Archive for March 2009

 
 

I shouldn’t do this but . . .

. . . I couldn’t resist.  This is from Krugman’s March 1 post:

A quick response to Scott Sumner

OK, I see that Scott Sumner has written an open letter to me. But I’m puzzled. He writes:

“I think you have acknowledged that there is some level of quantitative easing that would boost demand. If I am not mistaken you are concerned that if such a policy boosted inflation expectations sharply, the Fed would have to quickly sell off these assets, suffering massive capital losses.”

Um, you are mistaken. I’ve never said such a thing. Did you mean to address this letter to someone else?

And here is something from his blog 19 days later:

My back of the envelope calculation looks like this: if the Fed buys $1 trillion of 10-year bonds at 2.5%, and has to sell those bonds in an environment where the market demands a yield to maturity of more than 5%, it will take around a $200 billion loss.

I’m not complaining; I think quantitative easing (it’s really qualitative easing, but I give up on trying to fix the terminology) is the right way to go. But we should go into it with our eyes open.

Any Krugman defenders wish to comment?

Harmgart and Huck on Dogville

There were a lot of interesting comments on my political art piece, and since I don’t have time to do a new topic today, I thought I would develop the idea a bit further, and also comment on a very recent article that illustrates some of the strengths and weaknesses of political art.  Next Sunday I hope to have something new ready.


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Some graphs

This has been a very busy week.  But I’m not complaining, as I got what I wanted—lots more people paying attention to my views.  I’d like to correct one thing I said in my previous post, it is not true that Earl Thompson has given up on macro.  He has done quite a bit of work that I was not aware of, and you can link to many of his papers by going to his website.  He has some very unconventional views that combine monetary policy, fiscal policy, and politics into an overarching model.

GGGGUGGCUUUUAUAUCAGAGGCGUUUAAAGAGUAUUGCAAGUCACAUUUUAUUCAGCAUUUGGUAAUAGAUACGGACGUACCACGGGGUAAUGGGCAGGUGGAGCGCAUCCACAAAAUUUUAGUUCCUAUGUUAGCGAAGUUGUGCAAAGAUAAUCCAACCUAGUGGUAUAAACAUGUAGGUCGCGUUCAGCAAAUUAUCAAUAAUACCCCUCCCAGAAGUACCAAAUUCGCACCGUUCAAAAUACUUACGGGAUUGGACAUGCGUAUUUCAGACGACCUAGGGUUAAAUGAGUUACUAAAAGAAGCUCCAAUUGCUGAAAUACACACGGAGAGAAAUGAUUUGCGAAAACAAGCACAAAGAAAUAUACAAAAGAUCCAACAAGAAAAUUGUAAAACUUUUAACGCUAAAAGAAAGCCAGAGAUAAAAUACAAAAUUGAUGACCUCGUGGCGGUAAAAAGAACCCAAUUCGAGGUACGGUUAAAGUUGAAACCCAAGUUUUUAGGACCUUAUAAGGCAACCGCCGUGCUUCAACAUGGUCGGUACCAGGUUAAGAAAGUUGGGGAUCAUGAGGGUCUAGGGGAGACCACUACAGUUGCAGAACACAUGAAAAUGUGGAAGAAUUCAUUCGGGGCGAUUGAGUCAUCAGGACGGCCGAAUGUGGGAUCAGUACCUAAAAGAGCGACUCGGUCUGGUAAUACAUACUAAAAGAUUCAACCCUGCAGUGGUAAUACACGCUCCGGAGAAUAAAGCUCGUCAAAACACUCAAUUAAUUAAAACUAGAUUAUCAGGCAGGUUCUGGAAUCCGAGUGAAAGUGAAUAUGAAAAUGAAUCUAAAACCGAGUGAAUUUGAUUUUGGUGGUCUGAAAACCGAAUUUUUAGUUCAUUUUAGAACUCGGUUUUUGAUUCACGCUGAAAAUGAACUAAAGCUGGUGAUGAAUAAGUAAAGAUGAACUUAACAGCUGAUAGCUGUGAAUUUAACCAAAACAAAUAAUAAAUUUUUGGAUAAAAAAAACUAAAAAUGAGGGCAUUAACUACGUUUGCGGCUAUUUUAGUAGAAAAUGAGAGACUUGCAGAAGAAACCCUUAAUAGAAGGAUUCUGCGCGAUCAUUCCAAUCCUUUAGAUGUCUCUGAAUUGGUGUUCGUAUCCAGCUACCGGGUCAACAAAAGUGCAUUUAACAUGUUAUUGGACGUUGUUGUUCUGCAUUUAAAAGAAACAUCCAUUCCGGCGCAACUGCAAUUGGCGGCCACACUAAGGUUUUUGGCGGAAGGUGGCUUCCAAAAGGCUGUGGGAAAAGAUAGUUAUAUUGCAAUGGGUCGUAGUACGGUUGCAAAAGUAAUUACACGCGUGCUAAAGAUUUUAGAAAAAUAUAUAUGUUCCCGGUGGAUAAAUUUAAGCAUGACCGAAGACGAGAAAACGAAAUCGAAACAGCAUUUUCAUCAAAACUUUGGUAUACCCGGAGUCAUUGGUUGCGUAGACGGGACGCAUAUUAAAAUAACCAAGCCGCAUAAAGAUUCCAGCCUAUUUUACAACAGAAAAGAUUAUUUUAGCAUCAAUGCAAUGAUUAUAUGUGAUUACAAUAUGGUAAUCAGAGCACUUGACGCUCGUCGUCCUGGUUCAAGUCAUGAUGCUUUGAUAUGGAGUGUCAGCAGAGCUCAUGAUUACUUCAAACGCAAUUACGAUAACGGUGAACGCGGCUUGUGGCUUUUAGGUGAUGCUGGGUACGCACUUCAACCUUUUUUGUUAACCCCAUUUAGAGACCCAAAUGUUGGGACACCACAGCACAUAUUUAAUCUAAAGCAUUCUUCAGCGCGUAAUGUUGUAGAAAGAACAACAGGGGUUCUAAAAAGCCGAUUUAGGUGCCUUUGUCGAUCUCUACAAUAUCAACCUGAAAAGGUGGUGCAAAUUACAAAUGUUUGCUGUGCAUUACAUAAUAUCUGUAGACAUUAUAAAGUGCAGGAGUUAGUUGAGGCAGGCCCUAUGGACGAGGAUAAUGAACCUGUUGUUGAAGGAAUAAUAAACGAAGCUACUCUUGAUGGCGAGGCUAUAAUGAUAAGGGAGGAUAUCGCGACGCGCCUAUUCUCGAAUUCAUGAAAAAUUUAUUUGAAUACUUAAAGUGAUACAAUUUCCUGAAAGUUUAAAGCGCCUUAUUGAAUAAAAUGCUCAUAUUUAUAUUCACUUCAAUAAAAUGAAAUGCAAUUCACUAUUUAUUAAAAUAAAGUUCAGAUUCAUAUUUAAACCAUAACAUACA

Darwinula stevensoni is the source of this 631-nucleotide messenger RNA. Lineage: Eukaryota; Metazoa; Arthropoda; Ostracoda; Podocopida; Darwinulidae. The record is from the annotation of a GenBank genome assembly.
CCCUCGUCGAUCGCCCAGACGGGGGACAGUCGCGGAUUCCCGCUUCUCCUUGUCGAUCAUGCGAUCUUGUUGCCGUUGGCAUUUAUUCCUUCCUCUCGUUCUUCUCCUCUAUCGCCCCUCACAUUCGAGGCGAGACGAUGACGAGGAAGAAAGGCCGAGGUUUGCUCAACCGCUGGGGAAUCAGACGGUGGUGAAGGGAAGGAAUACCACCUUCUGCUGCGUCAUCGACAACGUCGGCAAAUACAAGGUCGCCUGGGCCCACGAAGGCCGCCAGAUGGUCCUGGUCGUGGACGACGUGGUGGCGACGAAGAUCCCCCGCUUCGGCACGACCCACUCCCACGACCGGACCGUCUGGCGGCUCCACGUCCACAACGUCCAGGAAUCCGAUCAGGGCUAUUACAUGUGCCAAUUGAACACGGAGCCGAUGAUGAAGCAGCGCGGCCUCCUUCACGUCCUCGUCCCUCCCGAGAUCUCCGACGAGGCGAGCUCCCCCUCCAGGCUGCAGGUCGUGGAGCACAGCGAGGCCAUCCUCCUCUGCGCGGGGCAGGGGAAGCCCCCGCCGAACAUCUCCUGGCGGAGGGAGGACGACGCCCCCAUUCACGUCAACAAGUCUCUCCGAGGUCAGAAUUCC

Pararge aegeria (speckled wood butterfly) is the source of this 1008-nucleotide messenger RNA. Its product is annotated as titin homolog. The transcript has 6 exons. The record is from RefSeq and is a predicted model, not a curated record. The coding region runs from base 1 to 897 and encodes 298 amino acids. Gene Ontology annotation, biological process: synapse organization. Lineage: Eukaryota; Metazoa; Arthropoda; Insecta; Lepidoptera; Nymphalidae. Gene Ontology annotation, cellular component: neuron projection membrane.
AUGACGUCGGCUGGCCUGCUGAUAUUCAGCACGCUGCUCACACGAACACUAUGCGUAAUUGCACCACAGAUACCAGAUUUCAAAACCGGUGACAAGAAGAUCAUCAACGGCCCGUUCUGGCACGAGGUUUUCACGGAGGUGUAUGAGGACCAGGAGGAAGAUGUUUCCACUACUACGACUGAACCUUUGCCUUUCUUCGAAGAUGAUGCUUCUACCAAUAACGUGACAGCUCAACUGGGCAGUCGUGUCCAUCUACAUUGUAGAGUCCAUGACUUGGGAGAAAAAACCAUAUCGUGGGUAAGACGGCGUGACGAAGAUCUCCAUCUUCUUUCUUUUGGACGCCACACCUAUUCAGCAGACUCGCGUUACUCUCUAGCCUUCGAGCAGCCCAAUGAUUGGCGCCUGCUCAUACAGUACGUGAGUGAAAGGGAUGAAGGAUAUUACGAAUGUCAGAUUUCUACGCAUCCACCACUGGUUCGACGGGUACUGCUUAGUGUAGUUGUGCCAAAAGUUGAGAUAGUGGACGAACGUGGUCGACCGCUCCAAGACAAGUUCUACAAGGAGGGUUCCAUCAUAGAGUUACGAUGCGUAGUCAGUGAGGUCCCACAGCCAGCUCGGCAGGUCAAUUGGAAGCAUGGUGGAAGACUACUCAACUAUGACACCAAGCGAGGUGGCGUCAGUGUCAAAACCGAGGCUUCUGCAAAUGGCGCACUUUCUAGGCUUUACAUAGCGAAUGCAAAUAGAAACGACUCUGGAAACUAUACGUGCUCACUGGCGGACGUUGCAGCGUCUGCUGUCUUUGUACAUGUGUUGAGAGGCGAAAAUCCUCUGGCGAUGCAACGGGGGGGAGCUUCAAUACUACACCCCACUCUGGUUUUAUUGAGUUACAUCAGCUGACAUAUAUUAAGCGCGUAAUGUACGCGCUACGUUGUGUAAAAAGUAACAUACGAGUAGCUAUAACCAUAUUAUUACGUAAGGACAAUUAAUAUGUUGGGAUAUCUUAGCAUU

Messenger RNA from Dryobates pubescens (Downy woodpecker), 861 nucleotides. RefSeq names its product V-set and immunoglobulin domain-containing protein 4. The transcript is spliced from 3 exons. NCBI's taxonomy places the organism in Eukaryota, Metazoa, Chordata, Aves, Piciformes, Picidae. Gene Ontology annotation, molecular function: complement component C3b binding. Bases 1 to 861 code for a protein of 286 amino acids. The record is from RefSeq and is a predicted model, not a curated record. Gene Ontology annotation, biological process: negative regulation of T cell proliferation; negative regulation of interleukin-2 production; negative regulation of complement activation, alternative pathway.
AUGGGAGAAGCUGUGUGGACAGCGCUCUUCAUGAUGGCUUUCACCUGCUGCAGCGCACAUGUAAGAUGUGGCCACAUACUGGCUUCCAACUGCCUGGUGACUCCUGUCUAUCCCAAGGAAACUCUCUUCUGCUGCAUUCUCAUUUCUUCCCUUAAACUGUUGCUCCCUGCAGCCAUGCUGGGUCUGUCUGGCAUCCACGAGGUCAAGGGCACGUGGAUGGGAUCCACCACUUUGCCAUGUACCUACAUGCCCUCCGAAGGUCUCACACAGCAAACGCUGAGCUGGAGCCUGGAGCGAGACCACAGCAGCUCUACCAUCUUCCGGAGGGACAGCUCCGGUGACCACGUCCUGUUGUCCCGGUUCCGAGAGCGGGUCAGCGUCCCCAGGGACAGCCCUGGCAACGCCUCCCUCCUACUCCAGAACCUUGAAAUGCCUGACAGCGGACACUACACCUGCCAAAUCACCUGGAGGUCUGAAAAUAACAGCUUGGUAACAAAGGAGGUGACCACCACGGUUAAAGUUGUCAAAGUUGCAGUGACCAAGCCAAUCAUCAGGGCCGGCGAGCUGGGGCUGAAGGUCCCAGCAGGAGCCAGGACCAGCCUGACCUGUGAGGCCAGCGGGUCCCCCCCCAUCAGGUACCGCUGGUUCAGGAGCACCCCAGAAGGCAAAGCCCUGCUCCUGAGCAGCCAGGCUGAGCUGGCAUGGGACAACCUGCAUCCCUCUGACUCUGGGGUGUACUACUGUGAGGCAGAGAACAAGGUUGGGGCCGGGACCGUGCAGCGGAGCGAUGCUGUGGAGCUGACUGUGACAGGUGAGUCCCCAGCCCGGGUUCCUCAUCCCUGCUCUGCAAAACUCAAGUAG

My previous post was my final attempt to sell my view of the crisis.  In the future I will spend more time responding to commenter requests, discussing current events, and other miscellaneous topics.  One request was for more graphs, which might buttress my argument.  Hence today’s post.  Soon I hope to respond to a request for a post on 1932, and then a request for something on monetary policy options in other countries.


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The history of an idea

I was originally going to entitle this entire post “Why me?”  But I thought that would be too self-indulgent, even by the standards of this blog.  What I would like to do here is trace the development of my research into monetary economics since 1986, so that you can see things through my eyes.  Almost no one accepts my view that a tight money policy by the Fed caused the crash that occurred in late 2008.  I hope that if you better understand the development of market-based monetary policy proposals, you will come to see my hypothesis as natural, even inevitable.  If you’ve ever read Murders in the Rue Morgue, you might recall a scene where the detective walks silently through the streets of Paris with a friend, observing all the things his friend notices along the way.  Then he suddenly breaks into his friend’s (silent) internal monologue, as if they had been conversing all along.  That’s what I hope to do here.


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Is the term ‘political art’ an oxymoron? (Part 2)

[I call this "part 2," because if you plan on reading the previous post, do that one first.]

I’ve always had a cynical attitude toward overtly political themes in art.  Some of this comes from reading movie reviews, which often provide preposterous political interpretations.  Thus New York magazine says last year’s Wall-E, a film about a society where a government-run corporation controls 100% of the economy, is a critique of “free markets.”   Films about the Three Gorges Dam (which epitomizes Maoist economics) are critiques of capitalism.  I know this is like shooting ducks in a barrel, but coverage of political art isn’t really any better at more highbrow publications, such as the New York Review of Books.


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